February 3, 2011 / 9:51 AM / 9 years ago

Factbox: What is the Muslim Brotherhood?

(Reuters) - The Muslim Brotherhood, an officially banned movement seen as the best organized opposition, issued a statement on Thursday calling for a national unity government to replace Mubarak.

The Islamist group, whose potential rise to power troubles Egypt’s Western allies, had so far taken a back seat in the protests that have swept through the country.

Here are some facts about the Muslim Brotherhood, which has links with Islamist movements in several other Arab countries.


— Schoolteacher Hassan al-Banna founded the Brotherhood in the Suez Canal town of Ismailia in 1928, partly in response to the British occupation of Egypt. It was one of the first and most successful movements advocating Islam as a political program in a modern context.

— Within 20 years the movement had grown to more than 500,000 members, with several branch movements in other Arab countries.

— The Brotherhood once had a secret paramilitary section but it now says it is committed to promoting its policies through non-violent and democratic means.

— Mubarak and his government, which sees the Brotherhood as the greatest threat to its survival, has failed to prove any serious act of violence by the movement’s leadership for more than 50 years.

— Brotherhood leaders have argued for social and economic reforms and given the freedom to choose most Egyptians would willingly embrace a form of Islamic law.


— The government has repeatedly denied the Brotherhood the right to form a political party, arguing the constitution, which the government wrote, bans religious parties. The Brotherhood in turn has said it will not seek recognition as a party under procedures which it rejects as authoritarian.

— The government banned the Brotherhood in 1954 after accusing the group of trying to assassinate President Gamal Abdel Nasser, a charge the Brotherhood has always denied.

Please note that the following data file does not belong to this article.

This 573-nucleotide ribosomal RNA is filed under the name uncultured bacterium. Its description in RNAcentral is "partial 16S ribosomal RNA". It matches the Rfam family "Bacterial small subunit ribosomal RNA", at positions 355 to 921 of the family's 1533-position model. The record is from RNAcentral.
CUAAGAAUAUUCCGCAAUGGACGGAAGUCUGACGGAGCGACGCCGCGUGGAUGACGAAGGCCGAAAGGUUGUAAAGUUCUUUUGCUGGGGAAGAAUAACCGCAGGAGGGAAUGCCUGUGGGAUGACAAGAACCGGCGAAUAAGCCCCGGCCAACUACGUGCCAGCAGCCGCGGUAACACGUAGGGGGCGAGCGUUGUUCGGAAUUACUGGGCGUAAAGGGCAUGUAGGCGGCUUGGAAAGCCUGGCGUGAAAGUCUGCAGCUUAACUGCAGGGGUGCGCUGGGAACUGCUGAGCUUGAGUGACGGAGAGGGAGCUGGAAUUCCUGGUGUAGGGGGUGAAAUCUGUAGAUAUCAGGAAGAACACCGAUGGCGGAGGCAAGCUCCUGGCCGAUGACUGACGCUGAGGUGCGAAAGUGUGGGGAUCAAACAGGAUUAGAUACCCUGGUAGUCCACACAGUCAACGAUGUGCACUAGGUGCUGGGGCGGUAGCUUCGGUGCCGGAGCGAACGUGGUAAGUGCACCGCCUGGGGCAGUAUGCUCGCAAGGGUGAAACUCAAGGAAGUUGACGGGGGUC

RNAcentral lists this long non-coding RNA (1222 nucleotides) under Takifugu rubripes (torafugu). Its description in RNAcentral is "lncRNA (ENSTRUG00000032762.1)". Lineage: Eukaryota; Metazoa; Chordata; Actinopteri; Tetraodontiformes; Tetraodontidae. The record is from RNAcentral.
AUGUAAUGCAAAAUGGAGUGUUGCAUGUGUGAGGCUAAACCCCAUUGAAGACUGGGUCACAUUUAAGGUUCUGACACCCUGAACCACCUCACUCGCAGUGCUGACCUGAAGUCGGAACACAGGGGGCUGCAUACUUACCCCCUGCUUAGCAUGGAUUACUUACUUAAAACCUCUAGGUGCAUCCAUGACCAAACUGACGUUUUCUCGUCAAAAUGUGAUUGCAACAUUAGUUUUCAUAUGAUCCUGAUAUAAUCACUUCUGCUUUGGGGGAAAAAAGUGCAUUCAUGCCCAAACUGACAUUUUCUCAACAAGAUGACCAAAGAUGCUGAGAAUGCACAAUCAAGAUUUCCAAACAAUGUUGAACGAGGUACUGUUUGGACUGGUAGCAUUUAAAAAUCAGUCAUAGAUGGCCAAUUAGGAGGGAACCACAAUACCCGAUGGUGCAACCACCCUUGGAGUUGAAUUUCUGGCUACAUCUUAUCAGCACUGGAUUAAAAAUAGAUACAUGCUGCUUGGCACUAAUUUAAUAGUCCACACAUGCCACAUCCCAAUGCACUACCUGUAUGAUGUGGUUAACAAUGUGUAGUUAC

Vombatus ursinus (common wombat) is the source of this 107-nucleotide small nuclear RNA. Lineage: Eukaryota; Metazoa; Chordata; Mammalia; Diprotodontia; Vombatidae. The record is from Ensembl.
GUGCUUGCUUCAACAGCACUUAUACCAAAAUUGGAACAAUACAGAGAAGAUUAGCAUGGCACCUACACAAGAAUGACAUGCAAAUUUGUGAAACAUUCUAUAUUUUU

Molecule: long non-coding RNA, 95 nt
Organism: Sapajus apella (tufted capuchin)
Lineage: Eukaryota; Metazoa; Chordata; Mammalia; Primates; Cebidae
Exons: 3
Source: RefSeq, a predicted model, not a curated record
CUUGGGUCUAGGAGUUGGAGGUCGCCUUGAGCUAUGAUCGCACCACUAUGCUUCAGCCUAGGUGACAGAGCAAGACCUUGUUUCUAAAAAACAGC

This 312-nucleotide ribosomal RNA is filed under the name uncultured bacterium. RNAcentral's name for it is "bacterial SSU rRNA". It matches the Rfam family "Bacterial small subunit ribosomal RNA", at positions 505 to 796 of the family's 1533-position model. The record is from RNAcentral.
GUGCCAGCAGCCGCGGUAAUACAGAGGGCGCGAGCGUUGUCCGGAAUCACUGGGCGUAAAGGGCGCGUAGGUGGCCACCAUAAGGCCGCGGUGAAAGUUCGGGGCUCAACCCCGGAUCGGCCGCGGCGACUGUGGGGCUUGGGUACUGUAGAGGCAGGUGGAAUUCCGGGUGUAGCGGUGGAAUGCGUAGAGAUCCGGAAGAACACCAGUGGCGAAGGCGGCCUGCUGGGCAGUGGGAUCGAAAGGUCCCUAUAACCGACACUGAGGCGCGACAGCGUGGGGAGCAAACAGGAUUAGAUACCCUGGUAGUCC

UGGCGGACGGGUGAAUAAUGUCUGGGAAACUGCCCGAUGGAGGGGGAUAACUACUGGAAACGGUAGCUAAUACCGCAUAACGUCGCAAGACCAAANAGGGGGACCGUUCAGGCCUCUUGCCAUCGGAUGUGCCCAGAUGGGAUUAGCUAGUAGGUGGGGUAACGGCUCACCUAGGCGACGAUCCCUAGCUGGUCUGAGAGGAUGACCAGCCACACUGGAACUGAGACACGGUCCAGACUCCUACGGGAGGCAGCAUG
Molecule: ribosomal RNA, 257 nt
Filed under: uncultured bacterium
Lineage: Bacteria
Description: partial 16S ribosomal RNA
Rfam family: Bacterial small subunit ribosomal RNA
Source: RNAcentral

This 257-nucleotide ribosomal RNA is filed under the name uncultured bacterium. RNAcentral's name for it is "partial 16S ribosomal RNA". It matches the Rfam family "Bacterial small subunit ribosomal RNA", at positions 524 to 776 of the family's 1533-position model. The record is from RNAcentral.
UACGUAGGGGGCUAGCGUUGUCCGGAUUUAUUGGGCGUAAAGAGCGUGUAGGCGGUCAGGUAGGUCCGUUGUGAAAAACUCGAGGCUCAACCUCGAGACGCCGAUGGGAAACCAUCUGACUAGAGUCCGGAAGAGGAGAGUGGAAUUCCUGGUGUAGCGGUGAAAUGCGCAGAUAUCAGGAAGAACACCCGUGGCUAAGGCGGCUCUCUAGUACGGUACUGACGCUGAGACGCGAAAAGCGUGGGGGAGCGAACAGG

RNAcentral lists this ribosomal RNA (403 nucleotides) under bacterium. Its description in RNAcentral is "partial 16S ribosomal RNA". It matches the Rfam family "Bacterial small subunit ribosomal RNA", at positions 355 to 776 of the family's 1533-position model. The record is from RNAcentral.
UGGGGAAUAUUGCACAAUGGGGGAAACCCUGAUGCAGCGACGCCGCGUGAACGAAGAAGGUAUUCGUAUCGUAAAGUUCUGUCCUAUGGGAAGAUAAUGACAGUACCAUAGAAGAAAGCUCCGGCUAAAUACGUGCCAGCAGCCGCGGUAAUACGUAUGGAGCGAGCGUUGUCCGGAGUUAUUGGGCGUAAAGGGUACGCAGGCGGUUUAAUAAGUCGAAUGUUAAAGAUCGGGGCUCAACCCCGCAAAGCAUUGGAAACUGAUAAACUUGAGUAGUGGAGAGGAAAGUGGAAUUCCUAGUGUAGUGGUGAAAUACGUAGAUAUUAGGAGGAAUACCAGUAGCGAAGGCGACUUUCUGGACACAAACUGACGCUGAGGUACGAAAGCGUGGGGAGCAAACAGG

— A long period of repression began to ease under President Anwar Sadat in the 1970s. The ban formally remains in place but the Brotherhood operates openly within limits that vary at the whim of the authorities.


— In Egypt the participation of the Muslim Brotherhood in parliamentary elections in the 1980s was followed by its boycott of the elections of 1990, when it joined most of the country’s opposition in protesting electoral restrictions.

— In the 2000 elections Brotherhood supporters running as independent candidates were able to win 17 seats, making it the largest opposition bloc in parliament.

— In the 2005 parliamentary elections, members won one fifth of the seats in parliament, more than any opposition group has held since the overthrow of the monarchy in 1952.

— However last December the movement said it would shift its political struggle to the streets after November 2010 elections that were “rigged” to ensure it was ejected from parliament.

— Mubarak’s ruling National Democratic Party (NDP) won 420 of the 508 seats contested in the elections on November 28 and December 5. The Brotherhood had held 88 seats in the previous parliament, giving it a platform to attack official policy. It pulled out of the elections after winning no seats in the first round.


— In the absence of systematic polling in Egypt, no one has a clear idea how much popularity the Brotherhood enjoys. But the group does have an extensive and well-organized network of committed organizers and has won public support through the charitable work of its professional members. They are also influential in professional organizations such as the doctors’ and lawyers’ syndicates.

— Government and ruling party officials had been looking for legal ways to reduce the political role of the Brotherhood, official sources have said. But in the absence of a workable plan, the government has relied on the police to disrupt the movement’s activities. Members can expect to be detained for long periods without trial or charge, especially when elections are imminent.

— The Brotherhood’s main foreign ally is the Palestinian Islamist movement Hamas, which has its origins in the group’s Palestinian branch. While non-violent at home, the Brotherhood supports the right to armed resistance to Israeli occupation of Palestinian territory.

Additional writing by David Cutler, London Editorial Reference Unit

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